How to Engage Team Members in Decision Making


Who doesn’t want a high performing, loyal and results-oriented team? Can you see yourself as their leader? While some are getting the cheers and congratulations, it’s a fast-changing world where commitment can be hard to come by.

As a leader you need to find alignment between your team members’ goals and aspirations and the performance and results you count on them contributing.

In this and some following posts, I’ll be drawing from content in Motivate Your Team in 30 Days to help you “work on the process” so you can “enjoy the result.”

Work on the process. Enjoy the result.
- Dan Rockwell

A full-day team effectiveness meeting is a must. But what does it include? How do you prepare?

As a leader, first to yourself and then to others, you should have the desire to make things easy for everyone. One of the key characteristics of successful leaders is their ability to facilitate. Facilitation is any activity that makes tasks easier for others. Facilitation is used in business and organizational settings, and in consensus decision making, to ensure the designing and running of successful meetings and workshops.

Facilitation serves the needs of any group who are meeting with a common purpose, whether it be making a decision, solving a problem, or simply exchanging ideas and information. It does not seek to lead the group, nor does it try to distract or to entertain.

A slightly different interpretation focuses more specifically on a group that is engaged in experiential learning – learning from the experience. We will be making use of both, as we want to make it easy for you and your team members to develop an owner’s mentality, become more self-motivated and to create the ideal work environment.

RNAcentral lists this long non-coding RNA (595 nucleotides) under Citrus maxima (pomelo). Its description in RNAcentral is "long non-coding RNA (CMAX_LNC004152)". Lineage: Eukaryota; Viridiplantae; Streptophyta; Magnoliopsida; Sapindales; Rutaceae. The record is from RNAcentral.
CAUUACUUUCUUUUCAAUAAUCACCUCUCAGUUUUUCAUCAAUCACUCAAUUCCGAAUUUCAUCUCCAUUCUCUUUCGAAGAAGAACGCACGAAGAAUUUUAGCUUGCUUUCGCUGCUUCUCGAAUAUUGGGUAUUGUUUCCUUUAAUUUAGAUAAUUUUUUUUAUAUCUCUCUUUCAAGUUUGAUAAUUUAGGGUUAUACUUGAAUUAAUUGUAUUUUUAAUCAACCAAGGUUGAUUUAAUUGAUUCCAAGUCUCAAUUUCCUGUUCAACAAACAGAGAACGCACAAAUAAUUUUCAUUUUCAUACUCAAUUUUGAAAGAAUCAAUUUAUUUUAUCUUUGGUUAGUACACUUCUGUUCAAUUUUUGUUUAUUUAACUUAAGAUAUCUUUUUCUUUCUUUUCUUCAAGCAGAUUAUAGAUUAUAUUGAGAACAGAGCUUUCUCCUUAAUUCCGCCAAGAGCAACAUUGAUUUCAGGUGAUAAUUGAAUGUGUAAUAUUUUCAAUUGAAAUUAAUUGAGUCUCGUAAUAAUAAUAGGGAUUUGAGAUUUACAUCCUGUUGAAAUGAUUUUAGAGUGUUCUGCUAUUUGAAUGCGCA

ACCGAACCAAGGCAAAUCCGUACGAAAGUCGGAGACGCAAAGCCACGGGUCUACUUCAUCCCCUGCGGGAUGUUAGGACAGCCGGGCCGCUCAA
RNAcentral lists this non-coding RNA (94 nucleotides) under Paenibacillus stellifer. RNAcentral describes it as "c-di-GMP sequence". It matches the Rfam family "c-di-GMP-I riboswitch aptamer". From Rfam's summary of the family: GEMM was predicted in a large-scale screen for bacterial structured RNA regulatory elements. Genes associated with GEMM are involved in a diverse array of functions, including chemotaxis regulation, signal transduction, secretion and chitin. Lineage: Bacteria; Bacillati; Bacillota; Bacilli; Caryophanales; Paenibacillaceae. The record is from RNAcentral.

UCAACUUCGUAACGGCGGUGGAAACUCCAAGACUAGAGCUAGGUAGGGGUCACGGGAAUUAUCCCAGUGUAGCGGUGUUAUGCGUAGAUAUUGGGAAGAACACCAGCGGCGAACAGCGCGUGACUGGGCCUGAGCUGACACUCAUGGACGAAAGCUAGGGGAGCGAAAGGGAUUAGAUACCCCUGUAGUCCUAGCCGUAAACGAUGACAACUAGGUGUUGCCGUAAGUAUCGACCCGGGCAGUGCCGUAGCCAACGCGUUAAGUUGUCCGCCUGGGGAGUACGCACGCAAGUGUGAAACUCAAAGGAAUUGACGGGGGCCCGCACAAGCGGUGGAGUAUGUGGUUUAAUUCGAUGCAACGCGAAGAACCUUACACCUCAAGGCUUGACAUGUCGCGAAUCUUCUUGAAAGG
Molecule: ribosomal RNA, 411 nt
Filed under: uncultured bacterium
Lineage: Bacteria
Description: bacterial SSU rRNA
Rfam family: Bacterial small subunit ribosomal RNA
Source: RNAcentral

First up is learning how to become an effective facilitator and to become skilled at conducting a compelling meeting. Let’s break it down starting with how you and your team will approach decision making.

How do you approach decision making?

While working in the corporate world I realized how quickly I became demotivated when I was told what to do. It was as if I did not know my job, was not trusted, engaged, or empowered, which are all necessary elements to create a high performing team.

Think about yourself for a moment:

  • How do you like to be managed?
  • Do you prefer to be told what to do, or do you prefer to be asked?
  • Which is more empowering to you?
  • How do you think your team members want to be managed?
  • Did you not hire them, or inherit them, for their expertise?
  • Who should know their job best, you or them?
  • Should you not be consulting them, instead of telling them?

This is where the change has to begin in order to engage and empower your team members, and to get them involved in decision making. This requires trust in yourself and in your team members. - See more at:

Do you and your company live trust as a practice?

If not, do you not trust yourself? Do you not trust all of your team members? Why would you want to move forward as a team without any trust? If you feel that there may be some lack of faith, consider what needs to be changed to regain that trust.

To engage and empower team members requires you to ask questions of them and listen intently to their answers. Challenge their answers and help them discover for themselves the real solution. When they discover the solution, they feel empowered; they take ownership and are more motivated when carrying it out. The same applies to decision making. Have a look at the following table with the three decision-making styles.

Decision-Making Styles

Decision-making Styles

Which style do you think would work best for you and your team?

As mentioned, the subject of preparing to lead a team effectiveness meeting is found in my latest book, Motivate Your Team in 30 Days.  

About the Author

Bob Urichuck is an internationally sought after speaker, trainer—founder of the “Buyer Focused” Velocity Selling System—and best-selling author in six languages.

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